Across York, eyes are on Hurricane Joaquin


Officials aren't planning for the worst just yet.

With Hurricane Joaquin's track still uncertain, many Yorkers are waiting to see how the storm tracks before making a move.

At Shank's Mare, located along the Susquehanna River in Lower Windsor Township, owners said they were keeping an eye on the storm before deciding to take any precautions. If the storm gets worse, they'll be strapping down their kayaks outside, co-owner Steve Winand said Thursday.

Elsewhere along the river, Phil Smith, emergency management coordinator for eastern York County, said he will meet with first responders and local officials in the six municipalities in his jurisdiction Friday morning to review damage assessment reports.

Just in case: Dan Tobin,spokesman for the York Chapter of the American Red Cross, said the organization is preparing to mobilize staff if necessary, but they are monitoring the projected forecast before making a decision.

The necessary entities will be able to deploy very rapidly when or if the time arises.

"We're already meeting and discussing and very much watching closely," he said. "We just have to wait another day or so until it comes in a little closer into (view)."

Tobin said the Red Cross is reaching out to shelter locations so staff can move quickly if necessary.

"I think no matter what path this storm takes, we're still going to get a lot of rain," he said.

He urged people to check the Red Cross emergency cellphone app for any updates and to be prepared.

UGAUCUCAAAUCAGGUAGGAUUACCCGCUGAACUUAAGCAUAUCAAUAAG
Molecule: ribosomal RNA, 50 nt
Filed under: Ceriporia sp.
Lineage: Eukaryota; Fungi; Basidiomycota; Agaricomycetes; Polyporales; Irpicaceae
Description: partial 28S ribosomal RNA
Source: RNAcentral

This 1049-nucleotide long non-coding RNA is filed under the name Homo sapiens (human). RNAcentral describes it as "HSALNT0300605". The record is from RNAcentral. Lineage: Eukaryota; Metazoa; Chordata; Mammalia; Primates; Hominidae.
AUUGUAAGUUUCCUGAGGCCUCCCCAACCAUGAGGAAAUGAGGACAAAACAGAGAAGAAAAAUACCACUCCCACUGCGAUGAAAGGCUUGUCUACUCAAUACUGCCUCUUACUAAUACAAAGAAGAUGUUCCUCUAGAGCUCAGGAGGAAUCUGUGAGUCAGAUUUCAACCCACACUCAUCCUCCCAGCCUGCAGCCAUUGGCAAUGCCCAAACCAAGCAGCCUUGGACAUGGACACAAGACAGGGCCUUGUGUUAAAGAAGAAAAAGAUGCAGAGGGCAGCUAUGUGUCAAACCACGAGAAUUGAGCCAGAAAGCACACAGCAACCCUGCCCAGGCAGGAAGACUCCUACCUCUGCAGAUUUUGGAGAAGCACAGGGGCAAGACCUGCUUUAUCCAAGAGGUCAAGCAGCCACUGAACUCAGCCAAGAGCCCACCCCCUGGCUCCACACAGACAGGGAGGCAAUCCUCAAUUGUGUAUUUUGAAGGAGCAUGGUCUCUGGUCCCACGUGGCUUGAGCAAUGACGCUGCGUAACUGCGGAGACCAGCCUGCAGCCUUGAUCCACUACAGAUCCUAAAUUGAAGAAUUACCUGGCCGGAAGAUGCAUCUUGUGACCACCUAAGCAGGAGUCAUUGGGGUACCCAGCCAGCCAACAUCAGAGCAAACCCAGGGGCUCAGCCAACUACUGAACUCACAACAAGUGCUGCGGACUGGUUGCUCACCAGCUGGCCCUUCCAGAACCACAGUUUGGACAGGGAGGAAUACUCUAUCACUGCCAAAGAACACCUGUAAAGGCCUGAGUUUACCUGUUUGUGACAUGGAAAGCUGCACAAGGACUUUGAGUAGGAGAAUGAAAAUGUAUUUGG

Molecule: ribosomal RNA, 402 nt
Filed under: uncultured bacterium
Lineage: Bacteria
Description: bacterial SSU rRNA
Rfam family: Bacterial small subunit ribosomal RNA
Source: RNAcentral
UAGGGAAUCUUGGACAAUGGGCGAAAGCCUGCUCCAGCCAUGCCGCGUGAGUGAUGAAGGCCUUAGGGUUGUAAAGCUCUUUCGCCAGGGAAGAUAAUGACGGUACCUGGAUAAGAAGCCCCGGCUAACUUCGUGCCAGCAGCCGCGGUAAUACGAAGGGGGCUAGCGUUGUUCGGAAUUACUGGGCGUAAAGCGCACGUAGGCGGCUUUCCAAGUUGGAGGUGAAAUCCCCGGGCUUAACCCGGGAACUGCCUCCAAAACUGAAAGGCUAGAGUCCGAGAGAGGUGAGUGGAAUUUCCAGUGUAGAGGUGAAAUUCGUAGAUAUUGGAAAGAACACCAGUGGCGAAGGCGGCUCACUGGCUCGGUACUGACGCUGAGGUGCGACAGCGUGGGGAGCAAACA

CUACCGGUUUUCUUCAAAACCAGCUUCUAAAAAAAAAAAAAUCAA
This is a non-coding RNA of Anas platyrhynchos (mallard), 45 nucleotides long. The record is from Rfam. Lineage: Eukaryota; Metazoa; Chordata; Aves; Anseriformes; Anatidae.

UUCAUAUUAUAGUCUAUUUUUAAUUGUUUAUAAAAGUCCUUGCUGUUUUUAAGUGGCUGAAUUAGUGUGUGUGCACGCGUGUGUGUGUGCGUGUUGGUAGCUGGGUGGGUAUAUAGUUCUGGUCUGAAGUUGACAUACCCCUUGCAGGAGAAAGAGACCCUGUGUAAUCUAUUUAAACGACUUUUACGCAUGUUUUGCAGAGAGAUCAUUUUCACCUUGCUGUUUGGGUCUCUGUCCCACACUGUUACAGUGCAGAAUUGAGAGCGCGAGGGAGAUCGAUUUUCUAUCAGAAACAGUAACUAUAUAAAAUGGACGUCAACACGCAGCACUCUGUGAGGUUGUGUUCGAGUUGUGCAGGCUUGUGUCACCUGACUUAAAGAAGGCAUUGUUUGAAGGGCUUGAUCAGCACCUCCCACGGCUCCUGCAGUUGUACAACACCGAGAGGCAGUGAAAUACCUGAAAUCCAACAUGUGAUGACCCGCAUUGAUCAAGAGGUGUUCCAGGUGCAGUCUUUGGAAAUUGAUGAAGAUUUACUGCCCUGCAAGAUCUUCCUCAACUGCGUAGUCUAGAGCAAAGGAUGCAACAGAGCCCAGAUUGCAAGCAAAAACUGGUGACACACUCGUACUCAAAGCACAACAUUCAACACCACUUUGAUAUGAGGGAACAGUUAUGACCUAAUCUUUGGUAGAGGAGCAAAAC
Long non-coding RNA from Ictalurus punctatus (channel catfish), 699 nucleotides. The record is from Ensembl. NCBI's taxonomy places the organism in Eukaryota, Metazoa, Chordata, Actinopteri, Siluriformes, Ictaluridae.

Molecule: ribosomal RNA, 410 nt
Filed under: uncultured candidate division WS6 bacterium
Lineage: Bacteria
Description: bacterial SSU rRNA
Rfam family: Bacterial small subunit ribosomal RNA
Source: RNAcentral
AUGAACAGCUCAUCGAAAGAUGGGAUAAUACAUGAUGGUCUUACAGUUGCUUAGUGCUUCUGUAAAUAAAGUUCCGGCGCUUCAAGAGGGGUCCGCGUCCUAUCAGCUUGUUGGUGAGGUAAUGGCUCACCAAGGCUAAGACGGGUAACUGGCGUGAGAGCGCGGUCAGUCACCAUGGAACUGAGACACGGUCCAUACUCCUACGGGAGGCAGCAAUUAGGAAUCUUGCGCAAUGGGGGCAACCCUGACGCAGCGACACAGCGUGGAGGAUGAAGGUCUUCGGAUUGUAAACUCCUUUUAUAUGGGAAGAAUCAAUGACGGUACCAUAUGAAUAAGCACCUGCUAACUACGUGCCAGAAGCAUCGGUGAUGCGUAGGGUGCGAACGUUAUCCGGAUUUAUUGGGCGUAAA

York County spokesman Carl Lindquist said officials are encouraging people to take steps individually to prepare for the storm.

He said the emergency operations center has not been activated, but officials have advised staff they may need to respond if the hurricane were to hit here.

"In the event it took a westward turn and headed toward York county, yes we could gear up," he said.

Wrightsville Mayor Neil Habecker said they are still planning for the hurricane and will have better direction on Friday.

"At this point, it's on the radar screen we haven't quite gotten into it yet," he said.

He said the north end of Wrightsville will be more susceptible to flooding than other areas of borough.

Chief Jesse Frantz of Craley's Community Fire Co. said his entire crew will hunker down at the fire station during the storm.

Bad history : While the storm's path has not been confirmed, it wouldn't be the first time in recent years the area has experienced overwhelming rain.

Many areas of York County were hit hard during Tropical Storm Lee in September 2011.

President Barack Obama declared Pennsylvania a disaster and made available funds for York County individuals and business owners who suffered loss from flooding.

Two weeks after Tropical Storm Lee hit York County, three of the dozens of state roads that were closed remained impassable and were in need of longer-term repairs.

The York County Office of Emergency Management tabulated about $2.9 million in damage to roads, bridges, public buildings and sewer systems from Tropical Storm Lee.

An estimated 3,800 households across the county sustained damage from the tropical storm, according to FEMA.

— Reach Christopher Dornblaser at